How long would it take to walk six miles? If you’re in good shape, you could walk it in a couple of hours. That’s not much of a hike.
If you wanted to walk from Jerusalem to Bethlehem in Israel, it’s only six miles.
In Jesus’ day Bethlehem was a “little town,” as described in the familiar Christmas carol, with perhaps 200 residents. It was a place you stayed on your way to the big city, Jerusalem. You spent the night in Bethlehem and the next day you walked six miles to Jerusalem. That’s not very far.
Against that backdrop read the account in the Bible of the coming of the Magi to Jerusalem...
After Jesus was born in Bethlehem…in the days of Herod the king, behold, wise men from the east came to Jerusalem, saying, “Where is he who has been born king of the Jews? For we saw his star when it rose and have come to worship him.” When Herod the king heard this, he was troubled…and assembling all the chief priests and scribes of the people, he inquired of them where the Christ was to be born. They told him, “In Bethlehem of Judah, for so it is written by the prophet: ‘And you, O Bethlehem, in the land of Judah, are by no means least among the rulers of Judah; for from you shall come a ruler who will shepherd my people Israel’” (Matthew 2:1-6).
The Jewish teachers were simply reading the well-known Bible prophecy written 700 years earlier (Micah 5:2), speaking of the birth of Israel’s promised Messiah. So, here’s my question: If they knew that the Messiah was to be born in Bethlehem, why didn’t they go and check it out for themselves? Since they knew the truth, why didn’t they go the six short miles?
Perhaps their knowledge made them intellectually lazy or spiritually indifferent. To them answering Herod’s question was like playing a game of Bible Trivia when you already know all the answers. It’s too easy for all of us to “play by the rules” of whatever church or religion we adhere to and still keep Christ at arm’s length.
Whatever their reasons, those religious leaders who should have cared the most wouldn’t take the short trip to check out the rumor that their long-awaited Messiah had been born. Yet they were only six miles from God’s Son, Jesus! Six miles from the one who would bring salvation and forgiveness to mankind! Six miles from the giver of eternal life.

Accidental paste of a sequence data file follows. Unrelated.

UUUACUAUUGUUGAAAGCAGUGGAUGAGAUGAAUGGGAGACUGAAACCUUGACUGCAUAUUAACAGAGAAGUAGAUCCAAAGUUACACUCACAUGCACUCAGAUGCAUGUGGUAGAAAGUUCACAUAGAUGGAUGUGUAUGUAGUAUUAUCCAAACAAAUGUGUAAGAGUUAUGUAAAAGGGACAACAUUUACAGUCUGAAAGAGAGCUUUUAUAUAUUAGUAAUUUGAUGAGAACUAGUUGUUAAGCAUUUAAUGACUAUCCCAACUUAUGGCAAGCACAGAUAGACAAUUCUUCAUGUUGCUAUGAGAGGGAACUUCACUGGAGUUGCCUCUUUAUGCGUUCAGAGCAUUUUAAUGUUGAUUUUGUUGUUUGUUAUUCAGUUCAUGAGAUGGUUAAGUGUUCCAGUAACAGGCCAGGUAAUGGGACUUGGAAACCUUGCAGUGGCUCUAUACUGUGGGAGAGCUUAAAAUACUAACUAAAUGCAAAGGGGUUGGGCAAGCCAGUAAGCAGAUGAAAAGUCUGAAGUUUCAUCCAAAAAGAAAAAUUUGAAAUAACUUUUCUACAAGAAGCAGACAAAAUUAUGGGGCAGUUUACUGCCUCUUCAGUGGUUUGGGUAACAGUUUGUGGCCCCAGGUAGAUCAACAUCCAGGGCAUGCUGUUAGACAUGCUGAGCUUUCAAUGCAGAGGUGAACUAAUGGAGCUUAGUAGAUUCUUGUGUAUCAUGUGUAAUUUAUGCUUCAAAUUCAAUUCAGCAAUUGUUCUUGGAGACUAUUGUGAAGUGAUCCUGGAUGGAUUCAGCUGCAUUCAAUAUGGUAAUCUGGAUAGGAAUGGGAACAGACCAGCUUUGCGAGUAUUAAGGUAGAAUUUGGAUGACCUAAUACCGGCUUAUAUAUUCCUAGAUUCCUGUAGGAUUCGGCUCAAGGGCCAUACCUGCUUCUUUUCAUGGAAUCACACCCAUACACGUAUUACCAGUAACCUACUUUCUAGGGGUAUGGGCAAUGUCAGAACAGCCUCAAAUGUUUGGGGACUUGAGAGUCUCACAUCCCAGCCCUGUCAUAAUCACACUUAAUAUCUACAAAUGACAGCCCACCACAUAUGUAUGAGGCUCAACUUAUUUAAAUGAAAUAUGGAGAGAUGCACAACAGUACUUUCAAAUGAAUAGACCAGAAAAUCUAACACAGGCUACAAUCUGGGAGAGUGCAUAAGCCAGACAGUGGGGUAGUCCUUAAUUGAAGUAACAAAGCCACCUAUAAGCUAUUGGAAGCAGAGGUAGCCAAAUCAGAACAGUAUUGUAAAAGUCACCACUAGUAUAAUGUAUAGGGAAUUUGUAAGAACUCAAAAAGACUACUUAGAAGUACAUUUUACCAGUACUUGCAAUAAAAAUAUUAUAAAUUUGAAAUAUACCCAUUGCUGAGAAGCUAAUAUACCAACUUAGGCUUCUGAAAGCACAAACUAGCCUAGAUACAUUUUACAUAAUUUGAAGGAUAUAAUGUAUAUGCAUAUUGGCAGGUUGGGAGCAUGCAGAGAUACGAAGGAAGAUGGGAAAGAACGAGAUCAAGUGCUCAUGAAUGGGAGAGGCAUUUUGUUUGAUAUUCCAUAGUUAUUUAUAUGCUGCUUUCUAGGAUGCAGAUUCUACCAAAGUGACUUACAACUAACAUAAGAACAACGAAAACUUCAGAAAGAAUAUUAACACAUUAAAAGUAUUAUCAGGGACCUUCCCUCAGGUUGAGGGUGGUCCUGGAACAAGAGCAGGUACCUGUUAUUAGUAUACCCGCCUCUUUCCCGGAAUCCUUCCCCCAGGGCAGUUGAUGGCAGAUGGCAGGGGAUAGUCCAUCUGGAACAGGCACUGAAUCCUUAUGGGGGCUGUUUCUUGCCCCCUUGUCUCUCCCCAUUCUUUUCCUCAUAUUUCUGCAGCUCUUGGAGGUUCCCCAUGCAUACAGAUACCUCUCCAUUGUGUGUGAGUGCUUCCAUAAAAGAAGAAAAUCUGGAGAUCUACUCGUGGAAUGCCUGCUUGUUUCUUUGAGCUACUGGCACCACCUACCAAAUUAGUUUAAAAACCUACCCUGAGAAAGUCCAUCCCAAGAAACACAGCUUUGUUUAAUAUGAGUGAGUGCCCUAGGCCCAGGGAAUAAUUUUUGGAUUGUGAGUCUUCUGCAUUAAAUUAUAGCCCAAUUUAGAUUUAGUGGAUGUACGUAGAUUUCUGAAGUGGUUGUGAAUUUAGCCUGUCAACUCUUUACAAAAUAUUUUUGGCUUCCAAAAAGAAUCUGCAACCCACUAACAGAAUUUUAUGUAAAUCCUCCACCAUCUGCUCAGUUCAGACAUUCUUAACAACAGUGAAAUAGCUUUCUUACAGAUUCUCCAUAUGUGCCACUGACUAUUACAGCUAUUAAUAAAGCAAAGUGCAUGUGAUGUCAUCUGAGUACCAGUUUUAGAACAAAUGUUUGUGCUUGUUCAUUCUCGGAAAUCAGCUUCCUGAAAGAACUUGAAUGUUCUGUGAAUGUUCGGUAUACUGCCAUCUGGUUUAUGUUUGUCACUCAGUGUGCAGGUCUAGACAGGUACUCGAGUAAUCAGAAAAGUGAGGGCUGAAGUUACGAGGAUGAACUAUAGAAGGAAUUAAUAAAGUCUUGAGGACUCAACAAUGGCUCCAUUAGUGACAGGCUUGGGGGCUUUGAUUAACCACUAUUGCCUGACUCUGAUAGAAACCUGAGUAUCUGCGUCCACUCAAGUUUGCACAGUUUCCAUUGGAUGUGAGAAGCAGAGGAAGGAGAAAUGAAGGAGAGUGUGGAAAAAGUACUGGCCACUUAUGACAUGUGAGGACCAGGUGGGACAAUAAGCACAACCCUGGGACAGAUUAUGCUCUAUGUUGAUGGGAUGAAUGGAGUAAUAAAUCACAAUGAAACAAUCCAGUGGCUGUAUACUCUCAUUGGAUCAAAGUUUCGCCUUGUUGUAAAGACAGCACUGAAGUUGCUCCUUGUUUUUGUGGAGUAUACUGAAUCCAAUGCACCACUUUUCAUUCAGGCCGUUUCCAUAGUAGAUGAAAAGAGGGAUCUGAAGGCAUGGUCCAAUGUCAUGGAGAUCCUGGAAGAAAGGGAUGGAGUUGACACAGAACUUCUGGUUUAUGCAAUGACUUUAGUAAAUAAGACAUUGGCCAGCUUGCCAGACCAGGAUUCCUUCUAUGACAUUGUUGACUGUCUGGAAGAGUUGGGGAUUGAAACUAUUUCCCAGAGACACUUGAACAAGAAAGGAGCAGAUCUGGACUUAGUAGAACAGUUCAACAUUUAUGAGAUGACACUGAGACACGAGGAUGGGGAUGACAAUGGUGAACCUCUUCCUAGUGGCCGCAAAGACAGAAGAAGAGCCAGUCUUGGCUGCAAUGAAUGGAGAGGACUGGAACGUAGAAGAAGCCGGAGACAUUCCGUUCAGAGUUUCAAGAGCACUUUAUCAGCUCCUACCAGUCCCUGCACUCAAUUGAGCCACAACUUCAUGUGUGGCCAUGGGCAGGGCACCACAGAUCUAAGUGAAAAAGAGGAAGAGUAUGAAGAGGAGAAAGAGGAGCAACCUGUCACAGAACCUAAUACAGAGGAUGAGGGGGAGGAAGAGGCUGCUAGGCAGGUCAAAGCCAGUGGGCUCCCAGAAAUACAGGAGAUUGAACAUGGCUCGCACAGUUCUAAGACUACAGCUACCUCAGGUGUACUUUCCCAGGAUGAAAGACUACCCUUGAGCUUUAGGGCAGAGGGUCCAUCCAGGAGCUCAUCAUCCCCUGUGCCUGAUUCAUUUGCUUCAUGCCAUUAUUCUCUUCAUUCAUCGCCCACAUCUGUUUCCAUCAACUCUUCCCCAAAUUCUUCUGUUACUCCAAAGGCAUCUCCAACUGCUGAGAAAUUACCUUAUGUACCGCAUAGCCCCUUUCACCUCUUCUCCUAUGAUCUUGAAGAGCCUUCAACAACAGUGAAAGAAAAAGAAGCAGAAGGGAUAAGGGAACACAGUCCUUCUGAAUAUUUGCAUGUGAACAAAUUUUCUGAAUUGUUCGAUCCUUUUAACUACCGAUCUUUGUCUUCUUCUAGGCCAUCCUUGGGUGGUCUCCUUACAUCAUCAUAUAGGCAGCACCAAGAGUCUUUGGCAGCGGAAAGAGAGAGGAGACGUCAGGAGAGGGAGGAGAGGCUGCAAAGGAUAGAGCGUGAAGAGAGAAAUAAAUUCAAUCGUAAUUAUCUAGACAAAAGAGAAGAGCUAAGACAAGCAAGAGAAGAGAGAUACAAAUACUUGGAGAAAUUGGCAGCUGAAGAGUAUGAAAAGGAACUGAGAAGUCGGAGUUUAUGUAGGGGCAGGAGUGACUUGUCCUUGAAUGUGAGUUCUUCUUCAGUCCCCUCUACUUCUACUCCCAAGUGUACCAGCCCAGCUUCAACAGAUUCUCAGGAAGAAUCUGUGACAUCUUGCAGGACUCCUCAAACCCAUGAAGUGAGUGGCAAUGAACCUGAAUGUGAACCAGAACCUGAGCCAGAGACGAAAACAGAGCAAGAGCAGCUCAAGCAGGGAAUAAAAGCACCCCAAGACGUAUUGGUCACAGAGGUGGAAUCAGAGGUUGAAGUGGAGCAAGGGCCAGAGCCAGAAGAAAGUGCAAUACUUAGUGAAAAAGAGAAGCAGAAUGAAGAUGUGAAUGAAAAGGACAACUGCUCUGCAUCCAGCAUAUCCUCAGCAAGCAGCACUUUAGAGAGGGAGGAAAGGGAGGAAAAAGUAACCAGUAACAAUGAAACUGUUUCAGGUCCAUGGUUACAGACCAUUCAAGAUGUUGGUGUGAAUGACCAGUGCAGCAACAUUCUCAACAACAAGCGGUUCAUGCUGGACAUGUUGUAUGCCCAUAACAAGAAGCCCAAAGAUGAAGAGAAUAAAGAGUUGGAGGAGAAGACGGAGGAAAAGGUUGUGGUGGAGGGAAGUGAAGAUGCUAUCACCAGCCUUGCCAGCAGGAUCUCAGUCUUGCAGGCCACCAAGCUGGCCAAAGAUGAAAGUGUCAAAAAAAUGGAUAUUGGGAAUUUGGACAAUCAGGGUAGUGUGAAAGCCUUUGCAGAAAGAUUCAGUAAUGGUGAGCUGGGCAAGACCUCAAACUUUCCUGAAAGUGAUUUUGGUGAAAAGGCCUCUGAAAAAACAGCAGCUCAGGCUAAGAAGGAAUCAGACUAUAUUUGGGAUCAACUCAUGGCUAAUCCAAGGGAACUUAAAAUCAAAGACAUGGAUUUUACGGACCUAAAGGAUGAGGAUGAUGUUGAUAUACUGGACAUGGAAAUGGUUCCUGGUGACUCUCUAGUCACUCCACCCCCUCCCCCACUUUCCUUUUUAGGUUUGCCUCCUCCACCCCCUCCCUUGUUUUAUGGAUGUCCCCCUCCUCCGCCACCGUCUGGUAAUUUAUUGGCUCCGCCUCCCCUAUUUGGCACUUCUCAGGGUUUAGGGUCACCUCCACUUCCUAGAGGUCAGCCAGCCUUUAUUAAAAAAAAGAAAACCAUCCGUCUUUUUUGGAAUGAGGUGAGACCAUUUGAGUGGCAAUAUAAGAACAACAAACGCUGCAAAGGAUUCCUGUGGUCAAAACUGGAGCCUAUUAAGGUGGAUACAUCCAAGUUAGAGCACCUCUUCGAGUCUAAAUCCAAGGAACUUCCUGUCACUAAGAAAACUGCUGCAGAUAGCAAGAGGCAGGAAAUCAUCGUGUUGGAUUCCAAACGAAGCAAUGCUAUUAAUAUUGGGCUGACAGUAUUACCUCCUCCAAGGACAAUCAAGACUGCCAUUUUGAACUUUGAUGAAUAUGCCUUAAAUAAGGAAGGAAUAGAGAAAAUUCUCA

Everybody involved had the same basic information, but only the “wise men” did something about it: it is possible to know a great deal about someone or something and still miss the truth. Perhaps you’ve been religious but your beliefs have never led to a personal trust in God for the forgiveness of your sins. It’s possible that in these days leading up to Christmas that anger, worry, fear, doubt, and other inner distractions are draining all the joy from your heart.
So here’s the invitation to you from Christ: “Come to me, all who labor and are heavy laden, and I will give you rest” (Matthew 11:28). Confess the fact that your sins have been against God. My sins and yours contributed to the necessity for Christ to come to earth to die on the cross. He came to earth to be a sinless man and then to take the punishment our sins deserved: “God shows his love for us in that while we were still sinners, Christ died for us” (Romans 5:8). Three days later he rose from the dead (1 Corinthians 15:1-6). Even death, our greatest enemy, couldn’t conquer him.
And think of this: God “who did not spare his own son but gave him up for us all, how will he not also with him graciously give us all things?” (Romans 8:32). Religion and knowledge won’t bring you eternal life and a future in heaven.
The Bible urges us to “seek the LORD while he may be found; call upon him while he is near” (Isaiah 55:6). And Christ never turns away from the one who comes to him in true belief: “Whoever comes to me I will never cast out” (John 6:37). This Christmas I hope you’ll take that short “six-mile journey” to Jesus to accept the gift of God—eternal life—that he has made possible for you. “Whoever believes in the Son has eternal life” (John 3:36).